Book Review: The Plan

In Gerhard Roth's 'Krimi' The Plan, a Viennese librarian finds a manuscript and a new life, but he deserved a better translator

The Plan, Gerhard Roth’s newly translated crime novel, tells of the transformation of Konrad Feldt, a sickly and isolated at Vienna’s Nationalbibliothek who finds himself in possession of a priceless scrap of manuscript after the original thief commits suicide. Planning to sell the document and change his life, Feldt journeys to Japan, where the illegible underbelly of an utterly foreign culture forces a change once again.

It’s a compelling story, rendered through Feldt’s semi-hallucinatory consciousness, rife with the odd details that make travel narratives so enticing (“down below, the man in the blue baseball cap had resumed sweeping the meadow”). Read this book and you’ll meet a maniacal volcanologist whose predictions are so deadly accurate that he must travel undercover to each new epicentre.

Austrian novelist Gerhard Roth looks into an illegible word | Photo:

Austrian novelist Gerhard Roth looks into an illegible word | Photo:

You’ll accompany Feldt through his labyrinthine mental libraries, and venture on a sinister scavenger hunt through the Kyoto of temples, Kabuki theatres and disheveled ­Ryokan inns. The plot winds through murder, accusations, paranoia, intrigue, brief encounters. As I said, it’s a great story.

Not meeting the gold standard

But there’s a problem: the translation.

The celebrated translator John Nathan, whose work undoubtedly helped Japanese novelist Kenzaburō Ōe win the Nobel Prize in 1994, once told me that a translation requires as much stylistic skill as the original. In other words, don’t translate if you can’t write.

Few works truly pass the Nathan test. The art, ease and, frankly, the quality of the original prose style are often lost in translation. German to English translation seems particularly vulnerable to cumbersome constructions. It doesn’t have to be this way. The crisp prose style with which Patrick Bowles translated Heinrich Böll’s Billiards at Half-Past Nine, for instance, delivers an English-language text as luminous as the original – if not (dare I say?) more so.

Todd C. Hanlin’s rendering of The Plan, out last year from Ariadne Press, does not meet this gold standard. Sometimes it does not meet even a bronze standard. Embarrassing phrasings like “in all the colours of the rainbow” (a formulation not in the original) or “lady-friend” (for Freundin) pop up every few pages. Moreover, the narration occasionally resorts to formulaic language like “first and foremost” or “for all intents and purposes”.

One suspects Hanlin has spent too much time reading German – or writing academic texts – to have a feel for the freshness of contemporary English idiom. Most unforgivably, there are moments of seeming carelessness. “Some restaurant’s garden café” is Hanlin’s unforgivably confusing translation of “a restaurant’s Gartenhof”, or garden courtyard. I could go on.

Casting such a judgement is painful. First, on principle, literary translations should be celebrated, especially into English. In the United States, for example, only about 3 per cent of all books published are works in translation.

While the American economy devours Japanese cars, Italian wine, Austrian handguns, their literatures are largely ignored. So much for Goethe’s prophesy that “the epoch of world literature is at hand…”

Second, we welcome every volume from the pioneering Ariadne Press, the California-based small press devoted entirely to Austrian literature. A miracle of survival in a savage book market, the ever-compelling Ariadne offers works ranging from Adolf Loos’ On Architecture to The Best of Austrian Science Fiction.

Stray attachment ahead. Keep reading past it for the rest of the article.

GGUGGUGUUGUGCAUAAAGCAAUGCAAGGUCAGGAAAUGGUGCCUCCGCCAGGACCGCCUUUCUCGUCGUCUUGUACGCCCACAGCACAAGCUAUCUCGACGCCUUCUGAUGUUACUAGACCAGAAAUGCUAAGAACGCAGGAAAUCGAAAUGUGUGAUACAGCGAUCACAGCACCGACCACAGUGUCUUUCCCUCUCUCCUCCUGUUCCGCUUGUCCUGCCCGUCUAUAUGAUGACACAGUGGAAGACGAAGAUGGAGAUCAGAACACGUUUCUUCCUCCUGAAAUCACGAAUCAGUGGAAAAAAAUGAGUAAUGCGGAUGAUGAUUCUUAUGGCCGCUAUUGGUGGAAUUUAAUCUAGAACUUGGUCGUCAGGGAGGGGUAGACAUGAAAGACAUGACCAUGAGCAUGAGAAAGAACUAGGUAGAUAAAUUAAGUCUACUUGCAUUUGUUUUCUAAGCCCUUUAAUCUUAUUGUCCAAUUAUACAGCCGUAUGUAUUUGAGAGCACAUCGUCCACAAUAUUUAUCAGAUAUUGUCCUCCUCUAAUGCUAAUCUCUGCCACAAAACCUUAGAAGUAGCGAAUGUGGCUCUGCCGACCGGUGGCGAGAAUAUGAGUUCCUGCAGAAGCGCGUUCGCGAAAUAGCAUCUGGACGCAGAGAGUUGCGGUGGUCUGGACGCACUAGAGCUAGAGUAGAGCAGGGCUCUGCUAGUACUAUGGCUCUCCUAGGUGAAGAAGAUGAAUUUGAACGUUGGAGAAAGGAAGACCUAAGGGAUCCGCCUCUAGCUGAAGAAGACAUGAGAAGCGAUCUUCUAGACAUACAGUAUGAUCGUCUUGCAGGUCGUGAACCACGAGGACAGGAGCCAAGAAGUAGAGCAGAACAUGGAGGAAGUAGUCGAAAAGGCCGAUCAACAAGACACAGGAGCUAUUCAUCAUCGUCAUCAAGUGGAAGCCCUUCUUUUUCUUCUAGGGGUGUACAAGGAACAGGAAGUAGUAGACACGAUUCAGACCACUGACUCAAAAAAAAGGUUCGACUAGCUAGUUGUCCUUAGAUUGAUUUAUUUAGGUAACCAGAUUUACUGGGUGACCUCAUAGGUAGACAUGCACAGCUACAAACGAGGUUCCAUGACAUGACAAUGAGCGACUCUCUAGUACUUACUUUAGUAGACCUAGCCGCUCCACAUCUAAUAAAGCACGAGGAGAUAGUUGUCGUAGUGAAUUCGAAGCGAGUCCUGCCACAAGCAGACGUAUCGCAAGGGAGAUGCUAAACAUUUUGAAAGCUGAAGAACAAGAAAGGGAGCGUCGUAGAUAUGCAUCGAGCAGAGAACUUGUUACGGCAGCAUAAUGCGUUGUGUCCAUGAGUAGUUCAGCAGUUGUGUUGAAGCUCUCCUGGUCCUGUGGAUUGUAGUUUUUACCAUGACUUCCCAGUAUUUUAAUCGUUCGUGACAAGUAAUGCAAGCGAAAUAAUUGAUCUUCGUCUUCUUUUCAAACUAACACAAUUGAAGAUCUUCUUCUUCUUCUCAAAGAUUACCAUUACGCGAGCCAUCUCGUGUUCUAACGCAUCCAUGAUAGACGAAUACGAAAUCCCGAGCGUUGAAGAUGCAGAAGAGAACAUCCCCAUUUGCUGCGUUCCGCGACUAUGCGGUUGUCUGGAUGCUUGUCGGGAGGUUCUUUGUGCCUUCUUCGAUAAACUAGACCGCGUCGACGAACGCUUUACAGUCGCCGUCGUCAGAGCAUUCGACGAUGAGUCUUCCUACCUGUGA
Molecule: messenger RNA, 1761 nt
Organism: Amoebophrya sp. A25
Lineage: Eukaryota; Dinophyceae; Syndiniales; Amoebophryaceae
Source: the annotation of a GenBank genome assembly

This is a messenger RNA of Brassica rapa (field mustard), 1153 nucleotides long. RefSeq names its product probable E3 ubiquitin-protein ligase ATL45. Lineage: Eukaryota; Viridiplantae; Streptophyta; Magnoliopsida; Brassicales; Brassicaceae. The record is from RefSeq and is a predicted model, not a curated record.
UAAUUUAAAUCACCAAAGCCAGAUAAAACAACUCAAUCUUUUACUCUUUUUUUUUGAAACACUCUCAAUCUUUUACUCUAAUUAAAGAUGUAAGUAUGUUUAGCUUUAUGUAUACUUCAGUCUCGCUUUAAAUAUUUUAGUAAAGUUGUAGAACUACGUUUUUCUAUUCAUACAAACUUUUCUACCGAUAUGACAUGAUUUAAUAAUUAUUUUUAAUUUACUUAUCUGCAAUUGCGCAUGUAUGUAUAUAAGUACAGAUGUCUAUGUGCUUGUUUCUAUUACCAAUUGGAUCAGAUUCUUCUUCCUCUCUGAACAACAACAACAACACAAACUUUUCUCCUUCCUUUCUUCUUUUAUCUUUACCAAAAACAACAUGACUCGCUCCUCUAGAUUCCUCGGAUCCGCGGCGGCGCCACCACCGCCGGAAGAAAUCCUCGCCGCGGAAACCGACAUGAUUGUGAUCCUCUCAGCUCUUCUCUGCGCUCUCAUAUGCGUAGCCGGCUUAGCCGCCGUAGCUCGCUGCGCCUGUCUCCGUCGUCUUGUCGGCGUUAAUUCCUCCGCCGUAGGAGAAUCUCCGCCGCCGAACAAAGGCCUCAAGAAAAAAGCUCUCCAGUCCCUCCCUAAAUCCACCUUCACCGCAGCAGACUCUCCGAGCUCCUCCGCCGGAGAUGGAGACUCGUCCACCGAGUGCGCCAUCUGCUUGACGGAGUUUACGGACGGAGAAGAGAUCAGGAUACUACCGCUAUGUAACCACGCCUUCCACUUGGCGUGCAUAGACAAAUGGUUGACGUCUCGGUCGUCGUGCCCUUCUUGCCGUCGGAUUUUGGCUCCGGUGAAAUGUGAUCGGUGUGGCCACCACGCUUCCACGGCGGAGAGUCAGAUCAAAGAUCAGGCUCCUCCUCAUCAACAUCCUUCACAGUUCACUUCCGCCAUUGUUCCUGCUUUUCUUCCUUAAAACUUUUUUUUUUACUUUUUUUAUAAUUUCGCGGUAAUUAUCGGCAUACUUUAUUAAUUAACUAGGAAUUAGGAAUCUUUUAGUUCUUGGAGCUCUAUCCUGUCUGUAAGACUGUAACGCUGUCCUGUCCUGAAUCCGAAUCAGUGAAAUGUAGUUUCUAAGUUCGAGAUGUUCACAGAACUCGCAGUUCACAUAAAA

Third, and most to the point, we Anglophones need more translations of Gerhard Roth, one of most significant Austrian novelists alive today. Despite his formidable impact, Roth defies easy categorisation – his oeuvre is too protean.

In the early 1970s, he debuted with experimental novels, including The Autobiography of Albert Einstein and The Will to Sickness.

Over the past 40 years, he has explored many genres – popular novels, plays, photo books and essay collections (Eine Reise in das Innere von Wien deserves a read by those who attempt German).

But Roth is perhaps best known for his two novel cycles – Die Archive des Schweigens (The Archive of Silences, 1980-1991) and Orkus (Underworld, 1995-2011) – each born out of Roth’s conviction that social problems are too complex for the parameters of a single novel.  The Plan, originally published in 1998, belongs to the Orkus-cycle.

In an unreadable world

The Japanese setting of The Plan provides a particularly dramatic study of a society as filtered through the perceptions of the individual. Japan renders Roth’s protagonist – a bibliophilic hoarder of cultural patrimony – functionally illiterate. Signs stop signifying. They exist only as abstract shapes.

In this respect, The Plan may be cast in a larger tradition of works in which Japan serves as a impenetrable backdrop for lost Westerners, such as Sophia Coppola’s 2003 film Lost in Translation and German director Doris Dörrie’s 2009 Cherry Blossoms.

Not coincidentally, the great French theorist Roland Barthes used his 1970 travel book on Japan to shift away from his earlier study of cultural “signs” to his later understanding of “empty signs” – of the fundamental slipperiness, instability and absence at work in all language.

Like an updated version of Thomas Mann’s Gustav Aschenbach in Death in Venice, Roth’s Feldt journeys beyond his at-home literary routines to a land where language becomes a curtain of sounds and life becomes lived, not read.                                    ¸

The Plan
by Gerhard Roth
Ariadne Press, 2012
pp. 249

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